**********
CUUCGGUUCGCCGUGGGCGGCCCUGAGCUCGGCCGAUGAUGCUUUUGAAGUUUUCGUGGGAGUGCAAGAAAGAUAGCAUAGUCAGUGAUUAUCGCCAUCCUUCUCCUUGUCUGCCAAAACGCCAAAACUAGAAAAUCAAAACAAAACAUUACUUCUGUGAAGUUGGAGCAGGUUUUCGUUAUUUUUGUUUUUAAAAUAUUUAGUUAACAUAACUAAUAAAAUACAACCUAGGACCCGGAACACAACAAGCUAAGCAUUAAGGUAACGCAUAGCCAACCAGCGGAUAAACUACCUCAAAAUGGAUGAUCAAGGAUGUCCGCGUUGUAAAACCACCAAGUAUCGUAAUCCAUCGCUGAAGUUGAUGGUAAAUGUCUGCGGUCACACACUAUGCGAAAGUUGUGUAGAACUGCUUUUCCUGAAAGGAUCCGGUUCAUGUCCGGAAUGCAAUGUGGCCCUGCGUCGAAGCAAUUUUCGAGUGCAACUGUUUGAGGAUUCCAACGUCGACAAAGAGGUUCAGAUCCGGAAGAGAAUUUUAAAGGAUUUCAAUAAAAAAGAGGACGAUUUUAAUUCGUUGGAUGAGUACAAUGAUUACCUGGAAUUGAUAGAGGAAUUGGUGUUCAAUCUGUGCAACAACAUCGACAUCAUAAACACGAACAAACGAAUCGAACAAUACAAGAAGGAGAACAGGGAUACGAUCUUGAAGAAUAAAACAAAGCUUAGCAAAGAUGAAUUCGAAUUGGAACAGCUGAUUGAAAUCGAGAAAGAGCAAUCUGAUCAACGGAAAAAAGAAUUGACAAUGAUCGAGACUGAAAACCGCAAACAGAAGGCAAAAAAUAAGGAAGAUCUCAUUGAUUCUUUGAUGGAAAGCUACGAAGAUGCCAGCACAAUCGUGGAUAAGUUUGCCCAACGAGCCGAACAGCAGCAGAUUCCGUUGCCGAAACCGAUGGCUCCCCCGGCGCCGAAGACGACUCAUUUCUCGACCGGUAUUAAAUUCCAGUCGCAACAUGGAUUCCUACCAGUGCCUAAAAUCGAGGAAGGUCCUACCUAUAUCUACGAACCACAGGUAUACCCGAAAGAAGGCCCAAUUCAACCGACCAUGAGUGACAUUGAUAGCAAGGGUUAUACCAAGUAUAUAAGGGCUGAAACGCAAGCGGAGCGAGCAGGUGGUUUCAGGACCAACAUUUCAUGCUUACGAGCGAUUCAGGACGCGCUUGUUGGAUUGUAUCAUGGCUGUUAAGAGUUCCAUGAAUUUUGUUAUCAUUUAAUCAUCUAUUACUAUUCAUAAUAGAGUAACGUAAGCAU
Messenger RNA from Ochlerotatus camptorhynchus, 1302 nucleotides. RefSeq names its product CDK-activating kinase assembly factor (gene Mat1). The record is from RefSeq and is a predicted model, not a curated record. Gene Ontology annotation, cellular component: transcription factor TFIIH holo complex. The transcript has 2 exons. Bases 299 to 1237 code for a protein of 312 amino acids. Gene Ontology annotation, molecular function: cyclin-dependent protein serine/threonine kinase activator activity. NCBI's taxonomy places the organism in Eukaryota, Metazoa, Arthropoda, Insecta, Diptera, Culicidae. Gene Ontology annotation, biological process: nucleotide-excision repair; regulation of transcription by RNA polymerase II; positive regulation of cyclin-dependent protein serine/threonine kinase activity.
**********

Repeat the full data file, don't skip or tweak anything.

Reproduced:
CUUCGGUUCGCCGUGGGCGGCCCUGAGCUCGGCCGAUGAUGCUUUUGAAGUUUUCGUGGGAGUGCAAGAAAGAUAGCAUAGUCAGUGAUUAUCGCCAUCCUUCUCCUUGUCUGCCAAAACGCCAAAACUAGAAAAUCAAAACAAAACAUUACUUCUGUGAAGUUGGAGCAGGUUUUCGUUAUUUUUGUUUUUAAAAUAUUUAGUUAACAUAACUAAUAAAAUACAACCUAGGACCCGGAACACAACAAGCUAAGCAUUAAGGUAACGCAUAGCCAACCAGCGGAUAAACUACCUCAAAAUGGAUGAUCAAGGAUGUCCGCGUUGUAAAACCACCAAGUAUCGUAAUCCAUCGCUGAAGUUGAUGGUAAAUGUCUGCGGUCACACACUAUGCGAAAGUUGUGUAGAACUGCUUUUCCUGAAAGGAUCCGGUUCAUGUCCGGAAUGCAAUGUGGCCCUGCGUCGAAGCAAUUUUCGAGUGCAACUGUUUGAGGAUUCCAACGUCGACAAAGAGGUUCAGAUCCGGAAGAGAAUUUUAAAGGAUUUCAAUAAAAAAGAGGACGAUUUUAAUUCGUUGGAUGAGUACAAUGAUUACCUGGAAUUGAUAGAGGAAUUGGUGUUCAAUCUGUGCAACAACAUCGACAUCAUAAACACGAACAAACGAAUCGAACAAUACAAGAAGGAGAACAGGGAUACGAUCUUGAAGAAUAAAACAAAGCUUAGCAAAGAUGAAUUCGAAUUGGAACAGCUGAUUGAAAUCGAGAAAGAGCAAUCUGAUCAACGGAAAAAAGAAUUGACAAUGAUCGAGACUGAAAACCGCAAACAGAAGGCAAAAAAUAAGGAAGAUCUCAUUGAUUCUUUGAUGGAAAGCUACGAAGAUGCCAGCACAAUCGUGGAUAAGUUUGCCCAACGAGCCGAACAGCAGCAGAUUCCGUUGCCGAAACCGAUGGCUCCCCCGGCGCCGAAGACGACUCAUUUCUCGACCGGUAUUAAAUUCCAGUCGCAACAUGGAUUCCUACCAGUGCCUAAAAUCGAGGAAGGUCCUACCUAUAUCUACGAACCACAGGUAUACCCGAAAGAAGGCCCAAUUCAACCGACCAUGAGUGACAUUGAUAGCAAGGGUUAUACCAAGUAUAUAAGGGCUGAAACGCAAGCGGAGCGAGCAGGUGGUUUCAGGACCAACAUUUCAUGCUUACGAGCGAUUCAGGACGCGCUUGUUGGAUUGUAUCAUGGCUGUUAAGAGUUCCAUGAAUUUUGUUAUCAUUUAAUCAUCUAUUACUAUUCAUAAUAGAGUAACGUAAGCAU
Messenger RNA from Ochlerotatus camptorhynchus, 1302 nucleotides. RefSeq names its product CDK-activating kinase assembly factor (gene Mat1). The record is from RefSeq and is a predicted model, not a curated record. Gene Ontology annotation, cellular component: transcription factor TFIIH holo complex. The transcript has 2 exons. Bases 299 to 1237 code for a protein of 312 amino acids. Gene Ontology annotation, molecular function: cyclin-dependent protein serine/threonine kinase activator activity. NCBI's taxonomy places the organism in Eukaryota, Metazoa, Arthropoda, Insecta, Diptera, Culicidae. Gene Ontology annotation, biological process: nucleotide-excision repair; regulation of transcription by RNA polymerase II; positive regulation of cyclin-dependent protein serine/threonine kinase activity.